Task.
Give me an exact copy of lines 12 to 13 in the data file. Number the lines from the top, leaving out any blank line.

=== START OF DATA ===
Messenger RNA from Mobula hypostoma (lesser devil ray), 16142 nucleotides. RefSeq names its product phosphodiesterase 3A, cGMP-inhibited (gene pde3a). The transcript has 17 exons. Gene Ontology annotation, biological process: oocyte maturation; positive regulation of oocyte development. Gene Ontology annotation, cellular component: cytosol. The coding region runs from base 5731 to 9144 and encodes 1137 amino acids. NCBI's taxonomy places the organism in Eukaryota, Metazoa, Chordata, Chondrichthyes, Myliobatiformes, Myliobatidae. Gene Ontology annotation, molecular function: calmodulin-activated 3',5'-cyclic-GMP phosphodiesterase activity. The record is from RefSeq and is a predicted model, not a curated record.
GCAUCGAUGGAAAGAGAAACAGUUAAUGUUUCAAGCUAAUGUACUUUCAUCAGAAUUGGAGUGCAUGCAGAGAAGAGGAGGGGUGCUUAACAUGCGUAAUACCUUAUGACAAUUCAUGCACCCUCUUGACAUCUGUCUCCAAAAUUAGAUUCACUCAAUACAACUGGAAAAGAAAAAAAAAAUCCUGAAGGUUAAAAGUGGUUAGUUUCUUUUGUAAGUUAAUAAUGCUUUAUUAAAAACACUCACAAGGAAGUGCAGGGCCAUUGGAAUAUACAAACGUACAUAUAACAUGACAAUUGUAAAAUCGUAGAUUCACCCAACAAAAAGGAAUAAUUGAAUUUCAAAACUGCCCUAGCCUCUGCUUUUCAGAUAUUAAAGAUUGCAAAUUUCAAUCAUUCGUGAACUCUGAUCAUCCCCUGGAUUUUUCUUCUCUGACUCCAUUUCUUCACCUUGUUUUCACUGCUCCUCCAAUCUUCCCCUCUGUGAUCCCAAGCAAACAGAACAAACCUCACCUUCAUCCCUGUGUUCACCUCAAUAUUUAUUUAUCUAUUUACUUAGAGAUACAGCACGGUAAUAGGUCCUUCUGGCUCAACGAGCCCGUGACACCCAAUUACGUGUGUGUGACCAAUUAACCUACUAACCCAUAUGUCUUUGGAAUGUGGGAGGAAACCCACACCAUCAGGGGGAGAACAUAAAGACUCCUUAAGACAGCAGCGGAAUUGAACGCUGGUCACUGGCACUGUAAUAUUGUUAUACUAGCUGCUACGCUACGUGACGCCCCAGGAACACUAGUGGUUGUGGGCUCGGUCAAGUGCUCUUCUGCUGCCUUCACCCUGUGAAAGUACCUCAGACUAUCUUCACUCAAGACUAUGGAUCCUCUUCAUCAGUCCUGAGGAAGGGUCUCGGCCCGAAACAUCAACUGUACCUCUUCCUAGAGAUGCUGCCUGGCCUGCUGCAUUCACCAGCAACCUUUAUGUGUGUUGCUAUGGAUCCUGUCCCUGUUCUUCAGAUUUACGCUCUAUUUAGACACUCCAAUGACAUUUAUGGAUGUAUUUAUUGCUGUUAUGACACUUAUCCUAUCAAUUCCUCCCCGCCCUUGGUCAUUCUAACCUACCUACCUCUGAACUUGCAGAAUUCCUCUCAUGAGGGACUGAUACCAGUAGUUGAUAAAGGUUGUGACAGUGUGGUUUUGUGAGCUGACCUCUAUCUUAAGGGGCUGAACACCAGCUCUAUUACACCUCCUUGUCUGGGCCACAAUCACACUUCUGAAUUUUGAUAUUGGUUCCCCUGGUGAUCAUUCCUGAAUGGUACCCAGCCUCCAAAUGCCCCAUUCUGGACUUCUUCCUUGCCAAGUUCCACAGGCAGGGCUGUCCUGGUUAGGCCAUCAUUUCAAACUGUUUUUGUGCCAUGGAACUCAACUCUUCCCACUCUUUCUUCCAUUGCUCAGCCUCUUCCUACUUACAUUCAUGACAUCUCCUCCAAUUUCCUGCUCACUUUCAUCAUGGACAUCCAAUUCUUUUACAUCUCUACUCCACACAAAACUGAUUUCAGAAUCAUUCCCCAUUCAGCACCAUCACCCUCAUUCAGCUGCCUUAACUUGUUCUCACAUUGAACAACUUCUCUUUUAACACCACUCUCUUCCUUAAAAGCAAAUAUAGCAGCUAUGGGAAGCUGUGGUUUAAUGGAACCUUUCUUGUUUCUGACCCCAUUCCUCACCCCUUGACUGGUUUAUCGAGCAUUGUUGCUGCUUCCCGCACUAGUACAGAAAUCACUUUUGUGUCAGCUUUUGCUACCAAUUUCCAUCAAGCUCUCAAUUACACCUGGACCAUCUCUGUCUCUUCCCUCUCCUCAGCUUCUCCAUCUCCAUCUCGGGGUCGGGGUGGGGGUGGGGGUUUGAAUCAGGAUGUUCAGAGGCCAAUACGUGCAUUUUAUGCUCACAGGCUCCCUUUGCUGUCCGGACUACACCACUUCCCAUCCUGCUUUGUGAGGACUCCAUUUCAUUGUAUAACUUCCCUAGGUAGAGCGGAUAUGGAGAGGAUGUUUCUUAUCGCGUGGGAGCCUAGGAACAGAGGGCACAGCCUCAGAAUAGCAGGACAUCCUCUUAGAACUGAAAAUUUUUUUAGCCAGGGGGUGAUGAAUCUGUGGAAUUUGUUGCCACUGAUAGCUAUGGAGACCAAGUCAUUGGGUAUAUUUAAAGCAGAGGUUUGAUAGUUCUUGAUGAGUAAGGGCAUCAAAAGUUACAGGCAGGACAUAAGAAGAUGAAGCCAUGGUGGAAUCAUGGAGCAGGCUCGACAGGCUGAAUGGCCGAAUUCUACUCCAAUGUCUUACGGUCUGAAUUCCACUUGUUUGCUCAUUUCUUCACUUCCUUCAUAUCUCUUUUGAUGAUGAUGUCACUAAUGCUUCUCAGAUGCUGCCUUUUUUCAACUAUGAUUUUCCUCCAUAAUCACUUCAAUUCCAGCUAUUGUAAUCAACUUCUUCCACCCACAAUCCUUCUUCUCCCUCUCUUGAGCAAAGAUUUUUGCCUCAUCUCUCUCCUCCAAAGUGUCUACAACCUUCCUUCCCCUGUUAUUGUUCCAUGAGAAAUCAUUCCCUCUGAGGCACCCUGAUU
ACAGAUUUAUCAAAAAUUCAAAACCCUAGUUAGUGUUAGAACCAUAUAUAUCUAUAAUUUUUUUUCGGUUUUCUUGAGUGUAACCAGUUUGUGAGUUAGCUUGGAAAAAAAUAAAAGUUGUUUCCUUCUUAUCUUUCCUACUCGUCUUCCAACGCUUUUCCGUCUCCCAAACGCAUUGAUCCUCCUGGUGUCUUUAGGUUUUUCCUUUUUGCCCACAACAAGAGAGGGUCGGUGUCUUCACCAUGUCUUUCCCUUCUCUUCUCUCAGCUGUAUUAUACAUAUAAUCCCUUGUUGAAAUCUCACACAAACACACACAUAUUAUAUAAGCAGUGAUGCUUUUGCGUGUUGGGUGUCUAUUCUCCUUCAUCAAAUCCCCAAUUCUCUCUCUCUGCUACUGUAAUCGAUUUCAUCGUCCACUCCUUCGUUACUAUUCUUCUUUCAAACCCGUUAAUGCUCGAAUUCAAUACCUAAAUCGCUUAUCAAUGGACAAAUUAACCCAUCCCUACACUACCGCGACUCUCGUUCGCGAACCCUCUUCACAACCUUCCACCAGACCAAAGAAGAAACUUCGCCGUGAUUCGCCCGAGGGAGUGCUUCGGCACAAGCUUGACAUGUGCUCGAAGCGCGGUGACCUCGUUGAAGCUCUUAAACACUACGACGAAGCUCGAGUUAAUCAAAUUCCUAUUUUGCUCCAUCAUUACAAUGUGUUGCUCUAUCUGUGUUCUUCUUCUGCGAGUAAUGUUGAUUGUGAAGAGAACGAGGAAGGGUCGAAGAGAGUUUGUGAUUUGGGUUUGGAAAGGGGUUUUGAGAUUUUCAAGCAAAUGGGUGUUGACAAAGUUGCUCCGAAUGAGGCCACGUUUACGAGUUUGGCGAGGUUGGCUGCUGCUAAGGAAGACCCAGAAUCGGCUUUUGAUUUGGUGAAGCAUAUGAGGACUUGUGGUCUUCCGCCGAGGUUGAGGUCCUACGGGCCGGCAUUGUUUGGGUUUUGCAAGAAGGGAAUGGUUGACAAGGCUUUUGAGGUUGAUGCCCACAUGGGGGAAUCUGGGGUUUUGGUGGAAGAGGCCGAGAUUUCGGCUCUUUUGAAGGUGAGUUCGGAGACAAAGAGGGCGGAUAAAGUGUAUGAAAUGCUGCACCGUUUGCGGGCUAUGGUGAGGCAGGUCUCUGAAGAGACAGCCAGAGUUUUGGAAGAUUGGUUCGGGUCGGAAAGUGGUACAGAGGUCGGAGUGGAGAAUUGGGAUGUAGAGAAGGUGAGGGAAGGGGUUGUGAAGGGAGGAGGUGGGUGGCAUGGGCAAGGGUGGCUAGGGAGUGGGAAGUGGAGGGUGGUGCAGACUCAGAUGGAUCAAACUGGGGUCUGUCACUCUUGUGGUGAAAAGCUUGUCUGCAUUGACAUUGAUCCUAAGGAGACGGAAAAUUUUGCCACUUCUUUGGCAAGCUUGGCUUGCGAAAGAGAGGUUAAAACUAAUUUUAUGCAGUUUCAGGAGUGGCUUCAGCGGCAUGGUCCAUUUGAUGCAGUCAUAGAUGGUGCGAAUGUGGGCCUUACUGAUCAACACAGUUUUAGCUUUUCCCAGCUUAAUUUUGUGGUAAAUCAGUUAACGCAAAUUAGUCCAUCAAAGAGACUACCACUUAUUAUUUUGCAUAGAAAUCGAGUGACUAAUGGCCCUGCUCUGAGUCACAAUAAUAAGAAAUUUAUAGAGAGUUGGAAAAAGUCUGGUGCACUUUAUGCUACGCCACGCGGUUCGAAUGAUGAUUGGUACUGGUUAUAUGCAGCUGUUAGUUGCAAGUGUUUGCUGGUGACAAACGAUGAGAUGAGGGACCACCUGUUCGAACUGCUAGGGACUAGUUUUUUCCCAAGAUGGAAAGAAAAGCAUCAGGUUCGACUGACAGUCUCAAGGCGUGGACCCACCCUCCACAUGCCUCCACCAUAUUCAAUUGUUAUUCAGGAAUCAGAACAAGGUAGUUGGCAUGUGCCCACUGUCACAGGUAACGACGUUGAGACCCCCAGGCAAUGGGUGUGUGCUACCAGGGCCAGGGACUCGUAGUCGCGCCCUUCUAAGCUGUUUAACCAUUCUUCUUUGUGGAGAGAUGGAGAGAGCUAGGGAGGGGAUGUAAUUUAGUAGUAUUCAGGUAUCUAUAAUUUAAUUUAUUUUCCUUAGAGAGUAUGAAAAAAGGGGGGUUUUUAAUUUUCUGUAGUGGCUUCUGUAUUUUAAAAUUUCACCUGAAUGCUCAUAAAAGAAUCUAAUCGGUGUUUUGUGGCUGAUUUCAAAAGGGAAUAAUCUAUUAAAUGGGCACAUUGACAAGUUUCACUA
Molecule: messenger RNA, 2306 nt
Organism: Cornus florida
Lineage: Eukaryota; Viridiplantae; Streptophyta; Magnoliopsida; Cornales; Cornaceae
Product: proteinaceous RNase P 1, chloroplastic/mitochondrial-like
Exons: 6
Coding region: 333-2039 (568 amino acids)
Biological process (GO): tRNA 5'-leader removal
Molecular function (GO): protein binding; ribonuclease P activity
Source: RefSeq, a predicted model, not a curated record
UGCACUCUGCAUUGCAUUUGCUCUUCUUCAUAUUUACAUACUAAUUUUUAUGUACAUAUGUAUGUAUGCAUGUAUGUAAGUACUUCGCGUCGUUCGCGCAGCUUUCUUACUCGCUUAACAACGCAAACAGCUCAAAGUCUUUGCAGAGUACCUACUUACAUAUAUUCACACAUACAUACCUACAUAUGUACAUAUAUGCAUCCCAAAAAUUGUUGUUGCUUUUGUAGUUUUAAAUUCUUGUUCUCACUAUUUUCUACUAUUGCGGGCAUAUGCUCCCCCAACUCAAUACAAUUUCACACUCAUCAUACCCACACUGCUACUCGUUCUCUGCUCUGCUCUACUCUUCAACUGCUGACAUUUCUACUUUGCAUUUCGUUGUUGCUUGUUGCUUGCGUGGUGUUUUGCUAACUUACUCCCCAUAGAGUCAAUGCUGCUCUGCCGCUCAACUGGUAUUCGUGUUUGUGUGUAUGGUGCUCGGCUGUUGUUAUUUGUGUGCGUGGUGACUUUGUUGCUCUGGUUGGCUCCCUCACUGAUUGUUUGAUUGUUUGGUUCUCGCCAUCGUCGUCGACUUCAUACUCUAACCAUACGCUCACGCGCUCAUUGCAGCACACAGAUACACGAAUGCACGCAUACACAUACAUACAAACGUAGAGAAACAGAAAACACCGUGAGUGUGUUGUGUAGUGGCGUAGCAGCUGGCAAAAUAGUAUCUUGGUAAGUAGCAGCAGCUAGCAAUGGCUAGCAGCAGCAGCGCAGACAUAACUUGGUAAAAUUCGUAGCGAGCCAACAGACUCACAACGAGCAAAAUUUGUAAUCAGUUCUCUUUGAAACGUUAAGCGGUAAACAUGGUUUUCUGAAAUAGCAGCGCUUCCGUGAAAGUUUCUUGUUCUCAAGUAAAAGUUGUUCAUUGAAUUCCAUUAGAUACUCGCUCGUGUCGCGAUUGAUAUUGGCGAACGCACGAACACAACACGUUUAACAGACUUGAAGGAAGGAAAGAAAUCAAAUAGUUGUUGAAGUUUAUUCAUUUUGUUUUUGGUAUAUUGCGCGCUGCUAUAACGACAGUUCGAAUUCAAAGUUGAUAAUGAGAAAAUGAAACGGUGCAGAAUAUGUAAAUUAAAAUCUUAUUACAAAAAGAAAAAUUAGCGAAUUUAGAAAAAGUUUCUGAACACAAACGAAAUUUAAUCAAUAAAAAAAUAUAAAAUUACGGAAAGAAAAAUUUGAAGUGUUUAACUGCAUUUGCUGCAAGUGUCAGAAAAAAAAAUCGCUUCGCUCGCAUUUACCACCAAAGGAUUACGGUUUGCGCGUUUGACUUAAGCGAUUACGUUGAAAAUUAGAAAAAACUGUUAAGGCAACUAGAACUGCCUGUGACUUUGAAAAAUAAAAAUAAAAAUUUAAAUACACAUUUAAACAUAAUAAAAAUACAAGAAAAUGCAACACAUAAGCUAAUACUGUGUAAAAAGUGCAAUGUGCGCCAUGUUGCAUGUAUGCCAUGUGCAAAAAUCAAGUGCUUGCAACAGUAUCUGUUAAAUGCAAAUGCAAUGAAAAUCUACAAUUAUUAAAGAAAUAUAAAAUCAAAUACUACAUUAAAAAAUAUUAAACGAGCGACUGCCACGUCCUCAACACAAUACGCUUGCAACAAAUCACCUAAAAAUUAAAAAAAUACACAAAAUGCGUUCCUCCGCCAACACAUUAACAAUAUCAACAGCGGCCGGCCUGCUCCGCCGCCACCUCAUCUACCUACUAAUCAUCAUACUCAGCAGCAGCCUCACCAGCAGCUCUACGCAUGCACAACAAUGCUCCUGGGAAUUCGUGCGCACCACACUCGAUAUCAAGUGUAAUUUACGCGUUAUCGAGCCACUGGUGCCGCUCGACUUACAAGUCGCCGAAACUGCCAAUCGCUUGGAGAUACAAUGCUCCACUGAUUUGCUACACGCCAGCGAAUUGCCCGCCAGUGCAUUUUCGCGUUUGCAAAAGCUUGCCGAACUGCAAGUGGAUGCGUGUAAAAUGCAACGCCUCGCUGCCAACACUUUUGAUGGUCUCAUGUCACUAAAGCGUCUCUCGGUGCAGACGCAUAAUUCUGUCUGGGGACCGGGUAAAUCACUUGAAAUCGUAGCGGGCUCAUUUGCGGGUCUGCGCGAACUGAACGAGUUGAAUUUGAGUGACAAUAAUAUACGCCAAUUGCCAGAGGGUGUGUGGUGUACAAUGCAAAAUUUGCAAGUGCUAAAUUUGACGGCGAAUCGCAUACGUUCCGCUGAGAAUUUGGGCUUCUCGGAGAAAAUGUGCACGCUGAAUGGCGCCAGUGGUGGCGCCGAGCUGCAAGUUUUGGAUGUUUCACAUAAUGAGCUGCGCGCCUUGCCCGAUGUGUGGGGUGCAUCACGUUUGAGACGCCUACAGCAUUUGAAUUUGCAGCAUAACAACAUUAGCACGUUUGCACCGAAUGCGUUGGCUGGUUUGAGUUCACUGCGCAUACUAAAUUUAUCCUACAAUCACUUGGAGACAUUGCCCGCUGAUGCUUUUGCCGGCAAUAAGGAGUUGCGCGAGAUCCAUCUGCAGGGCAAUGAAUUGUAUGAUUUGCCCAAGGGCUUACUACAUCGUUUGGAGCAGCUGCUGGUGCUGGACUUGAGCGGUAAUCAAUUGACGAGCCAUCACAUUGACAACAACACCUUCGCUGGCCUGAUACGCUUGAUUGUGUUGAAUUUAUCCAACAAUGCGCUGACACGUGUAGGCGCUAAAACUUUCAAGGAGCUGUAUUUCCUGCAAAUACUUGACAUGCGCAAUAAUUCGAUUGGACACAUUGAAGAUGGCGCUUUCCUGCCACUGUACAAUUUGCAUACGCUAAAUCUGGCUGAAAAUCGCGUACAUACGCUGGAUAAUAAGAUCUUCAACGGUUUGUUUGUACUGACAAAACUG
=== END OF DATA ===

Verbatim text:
Source: RefSeq, a predicted model, not a curated record
UGCACUCUGCAUUGCAUUUGCUCUUCUUCAUAUUUACAUACUAAUUUUUAUGUACAUAUGUAUGUAUGCAUGUAUGUAAGUACUUCGCGUCGUUCGCGCAGCUUUCUUACUCGCUUAACAACGCAAACAGCUCAAAGUCUUUGCAGAGUACCUACUUACAUAUAUUCACACAUACAUACCUACAUAUGUACAUAUAUGCAUCCCAAAAAUUGUUGUUGCUUUUGUAGUUUUAAAUUCUUGUUCUCACUAUUUUCUACUAUUGCGGGCAUAUGCUCCCCCAACUCAAUACAAUUUCACACUCAUCAUACCCACACUGCUACUCGUUCUCUGCUCUGCUCUACUCUUCAACUGCUGACAUUUCUACUUUGCAUUUCGUUGUUGCUUGUUGCUUGCGUGGUGUUUUGCUAACUUACUCCCCAUAGAGUCAAUGCUGCUCUGCCGCUCAACUGGUAUUCGUGUUUGUGUGUAUGGUGCUCGGCUGUUGUUAUUUGUGUGCGUGGUGACUUUGUUGCUCUGGUUGGCUCCCUCACUGAUUGUUUGAUUGUUUGGUUCUCGCCAUCGUCGUCGACUUCAUACUCUAACCAUACGCUCACGCGCUCAUUGCAGCACACAGAUACACGAAUGCACGCAUACACAUACAUACAAACGUAGAGAAACAGAAAACACCGUGAGUGUGUUGUGUAGUGGCGUAGCAGCUGGCAAAAUAGUAUCUUGGUAAGUAGCAGCAGCUAGCAAUGGCUAGCAGCAGCAGCGCAGACAUAACUUGGUAAAAUUCGUAGCGAGCCAACAGACUCACAACGAGCAAAAUUUGUAAUCAGUUCUCUUUGAAACGUUAAGCGGUAAACAUGGUUUUCUGAAAUAGCAGCGCUUCCGUGAAAGUUUCUUGUUCUCAAGUAAAAGUUGUUCAUUGAAUUCCAUUAGAUACUCGCUCGUGUCGCGAUUGAUAUUGGCGAACGCACGAACACAACACGUUUAACAGACUUGAAGGAAGGAAAGAAAUCAAAUAGUUGUUGAAGUUUAUUCAUUUUGUUUUUGGUAUAUUGCGCGCUGCUAUAACGACAGUUCGAAUUCAAAGUUGAUAAUGAGAAAAUGAAACGGUGCAGAAUAUGUAAAUUAAAAUCUUAUUACAAAAAGAAAAAUUAGCGAAUUUAGAAAAAGUUUCUGAACACAAACGAAAUUUAAUCAAUAAAAAAAUAUAAAAUUACGGAAAGAAAAAUUUGAAGUGUUUAACUGCAUUUGCUGCAAGUGUCAGAAAAAAAAAUCGCUUCGCUCGCAUUUACCACCAAAGGAUUACGGUUUGCGCGUUUGACUUAAGCGAUUACGUUGAAAAUUAGAAAAAACUGUUAAGGCAACUAGAACUGCCUGUGACUUUGAAAAAUAAAAAUAAAAAUUUAAAUACACAUUUAAACAUAAUAAAAAUACAAGAAAAUGCAACACAUAAGCUAAUACUGUGUAAAAAGUGCAAUGUGCGCCAUGUUGCAUGUAUGCCAUGUGCAAAAAUCAAGUGCUUGCAACAGUAUCUGUUAAAUGCAAAUGCAAUGAAAAUCUACAAUUAUUAAAGAAAUAUAAAAUCAAAUACUACAUUAAAAAAUAUUAAACGAGCGACUGCCACGUCCUCAACACAAUACGCUUGCAACAAAUCACCUAAAAAUUAAAAAAAUACACAAAAUGCGUUCCUCCGCCAACACAUUAACAAUAUCAACAGCGGCCGGCCUGCUCCGCCGCCACCUCAUCUACCUACUAAUCAUCAUACUCAGCAGCAGCCUCACCAGCAGCUCUACGCAUGCACAACAAUGCUCCUGGGAAUUCGUGCGCACCACACUCGAUAUCAAGUGUAAUUUACGCGUUAUCGAGCCACUGGUGCCGCUCGACUUACAAGUCGCCGAAACUGCCAAUCGCUUGGAGAUACAAUGCUCCACUGAUUUGCUACACGCCAGCGAAUUGCCCGCCAGUGCAUUUUCGCGUUUGCAAAAGCUUGCCGAACUGCAAGUGGAUGCGUGUAAAAUGCAACGCCUCGCUGCCAACACUUUUGAUGGUCUCAUGUCACUAAAGCGUCUCUCGGUGCAGACGCAUAAUUCUGUCUGGGGACCGGGUAAAUCACUUGAAAUCGUAGCGGGCUCAUUUGCGGGUCUGCGCGAACUGAACGAGUUGAAUUUGAGUGACAAUAAUAUACGCCAAUUGCCAGAGGGUGUGUGGUGUACAAUGCAAAAUUUGCAAGUGCUAAAUUUGACGGCGAAUCGCAUACGUUCCGCUGAGAAUUUGGGCUUCUCGGAGAAAAUGUGCACGCUGAAUGGCGCCAGUGGUGGCGCCGAGCUGCAAGUUUUGGAUGUUUCACAUAAUGAGCUGCGCGCCUUGCCCGAUGUGUGGGGUGCAUCACGUUUGAGACGCCUACAGCAUUUGAAUUUGCAGCAUAACAACAUUAGCACGUUUGCACCGAAUGCGUUGGCUGGUUUGAGUUCACUGCGCAUACUAAAUUUAUCCUACAAUCACUUGGAGACAUUGCCCGCUGAUGCUUUUGCCGGCAAUAAGGAGUUGCGCGAGAUCCAUCUGCAGGGCAAUGAAUUGUAUGAUUUGCCCAAGGGCUUACUACAUCGUUUGGAGCAGCUGCUGGUGCUGGACUUGAGCGGUAAUCAAUUGACGAGCCAUCACAUUGACAACAACACCUUCGCUGGCCUGAUACGCUUGAUUGUGUUGAAUUUAUCCAACAAUGCGCUGACACGUGUAGGCGCUAAAACUUUCAAGGAGCUGUAUUUCCUGCAAAUACUUGACAUGCGCAAUAAUUCGAUUGGACACAUUGAAGAUGGCGCUUUCCUGCCACUGUACAAUUUGCAUACGCUAAAUCUGGCUGAAAAUCGCGUACAUACGCUGGAUAAUAAGAUCUUCAACGGUUUGUUUGUACUGACAAAACUG